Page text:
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There is only one question worth asking of either of the candidates for the presidency in tonight’s foreign policy debate.  Alas, asking it would be pointless.  Here’s roughly how I figure an exchange involving the question would play out:

Moderator:  Mr. President, it is widely known that on “Terrorist Tuesday” you peruse biographies which have been compiled by senior intelligence analysts on individuals suspected of harboring terrorist sentiments against the United States.  Based on the biographies, you unilaterally decide which of the suspect individuals is allowed to live and which is to be targeted for assassination by unmanned drones.  Some of the names on the “kill list”, the compilation of those whom you have decreed must die, are American citizens.  Thus you have personally ordered the assassination of American citizens, orders which the executive branch of the US government has carried out.

Mr. President, you were at one time a constitutional law professor.  Is it constitutionally permissible for the US government to deprive American citizens of their lives without the due process of law in this manner?

Obama:  the Constitution is not a suicide pact…blah, blah, blah…when the security and safety of the republic is at stake…blah, blah, blah.

Mr. President, would you therefore approve of Mr. Romney unilaterally ordering the assassination of American citizens with zero oversight from either of the judicial or legislative branches of government were he to win election in November?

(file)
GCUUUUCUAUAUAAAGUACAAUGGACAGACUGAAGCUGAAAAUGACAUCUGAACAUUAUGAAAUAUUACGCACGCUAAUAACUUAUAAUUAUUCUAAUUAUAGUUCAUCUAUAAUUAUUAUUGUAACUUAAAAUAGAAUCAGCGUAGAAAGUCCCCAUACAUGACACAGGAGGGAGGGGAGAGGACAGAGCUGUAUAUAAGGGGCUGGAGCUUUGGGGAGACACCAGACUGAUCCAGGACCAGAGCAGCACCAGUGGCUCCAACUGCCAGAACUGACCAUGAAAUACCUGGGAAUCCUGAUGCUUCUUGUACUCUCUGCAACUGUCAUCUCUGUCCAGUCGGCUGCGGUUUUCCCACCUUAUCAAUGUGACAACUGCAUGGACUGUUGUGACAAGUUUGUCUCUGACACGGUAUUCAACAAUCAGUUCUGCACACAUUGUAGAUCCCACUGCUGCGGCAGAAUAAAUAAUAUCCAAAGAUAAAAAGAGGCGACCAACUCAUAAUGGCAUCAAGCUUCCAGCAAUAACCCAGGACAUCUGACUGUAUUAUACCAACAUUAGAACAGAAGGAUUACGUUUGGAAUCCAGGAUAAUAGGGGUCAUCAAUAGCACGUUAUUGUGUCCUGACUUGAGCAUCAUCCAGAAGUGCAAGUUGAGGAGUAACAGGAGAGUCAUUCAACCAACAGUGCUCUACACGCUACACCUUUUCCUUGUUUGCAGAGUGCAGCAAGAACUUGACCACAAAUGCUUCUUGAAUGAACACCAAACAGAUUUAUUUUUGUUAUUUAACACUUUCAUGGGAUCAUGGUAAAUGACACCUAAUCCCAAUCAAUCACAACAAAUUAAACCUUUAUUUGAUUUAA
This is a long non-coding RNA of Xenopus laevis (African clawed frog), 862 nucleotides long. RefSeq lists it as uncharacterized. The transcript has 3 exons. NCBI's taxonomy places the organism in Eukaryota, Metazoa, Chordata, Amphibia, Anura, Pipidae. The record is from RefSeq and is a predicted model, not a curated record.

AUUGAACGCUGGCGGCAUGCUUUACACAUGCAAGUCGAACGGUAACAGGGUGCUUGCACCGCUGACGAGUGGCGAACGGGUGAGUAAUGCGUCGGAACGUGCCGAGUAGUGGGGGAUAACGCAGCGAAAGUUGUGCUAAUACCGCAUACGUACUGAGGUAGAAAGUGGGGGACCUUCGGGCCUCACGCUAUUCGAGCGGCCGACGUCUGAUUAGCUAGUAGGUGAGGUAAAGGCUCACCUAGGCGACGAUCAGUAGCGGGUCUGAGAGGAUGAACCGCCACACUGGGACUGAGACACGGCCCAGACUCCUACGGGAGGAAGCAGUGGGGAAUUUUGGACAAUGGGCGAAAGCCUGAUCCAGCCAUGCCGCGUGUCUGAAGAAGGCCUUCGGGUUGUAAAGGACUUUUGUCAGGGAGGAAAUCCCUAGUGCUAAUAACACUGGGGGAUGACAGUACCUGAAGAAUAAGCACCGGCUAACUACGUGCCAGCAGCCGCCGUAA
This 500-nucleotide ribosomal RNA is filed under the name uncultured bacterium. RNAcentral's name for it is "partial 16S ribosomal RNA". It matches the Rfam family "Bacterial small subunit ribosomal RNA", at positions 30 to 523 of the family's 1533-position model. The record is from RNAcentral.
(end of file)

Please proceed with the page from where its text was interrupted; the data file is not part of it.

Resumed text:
Obama:  Uh, no, uh…ordering the assassination of terrorists who would harm our country is a heavy burden that should fall only the shoulders of the most capable and wise, which is to say, upon the shoulders of people like me and not him…blah, blah, blah…so no, I think Mr. Romney ought not be allowed the privilege of assassinating US citizens…blah, blah, blah…but it’s okay if I do it.

Moderator:  Mr. Romney, you have not said a peep while on the campaign trail about the President’s policy of unilaterally targeting US citizens for assassination.  Do you think that a President should be vested with the power to order the killing, with no oversight and no due process, of anyone he deems a threat to the US, including its own citizens?

Mr. Romney:  No, I believe it is an outrageous usurpation of power by the executive office of government and that President Obama should be tried for war crimes.

Moderator:  Do you think therefore that there should be legislative and judicial oversight of President Obama’s ordered assassinations? 

Mr. Romney:  No.  I simply believe it be outrageously unconstitutional in the manner that the President has conducted the policy and it should cease. 

Moderator:  So if you win the election in November, will you pledge to cease the US government policy of assassinating its own citizens on the orders of its President?

Mr. Romney:  I pledge to do what’s best for America…blah, blah, blah…protecting her from terrorists…blah, blah, blah…only killing people who would put the safety of Americans at risk.

The cameras pan to the Statue of Liberty, where a glint of light from her crown catches a tear trickling down her cheek.  The scene shifts to the National Archives where the original US Constitution is stored.  As the document comes into focus, the ink fades from view, rendering a blank page, as if the crowning achievement of ten thousand years of civilization, the sacred covenant between a government and its people, had been written with a vanishing ink pen from a box of Crackerjacks.

Even were this single most relevant question to the survival of the republic asked, it would only yield prevarications, political posturing and pomposity.  There is again no reason to watch the debate.  It doesn’t matter which Caesar gains power, the Rubicon has already been crossed.  The constitutional republic is dead.  Americans let the trifling fear instigated by a bunch of towel-headed fanatics lead it to constitutional suicide.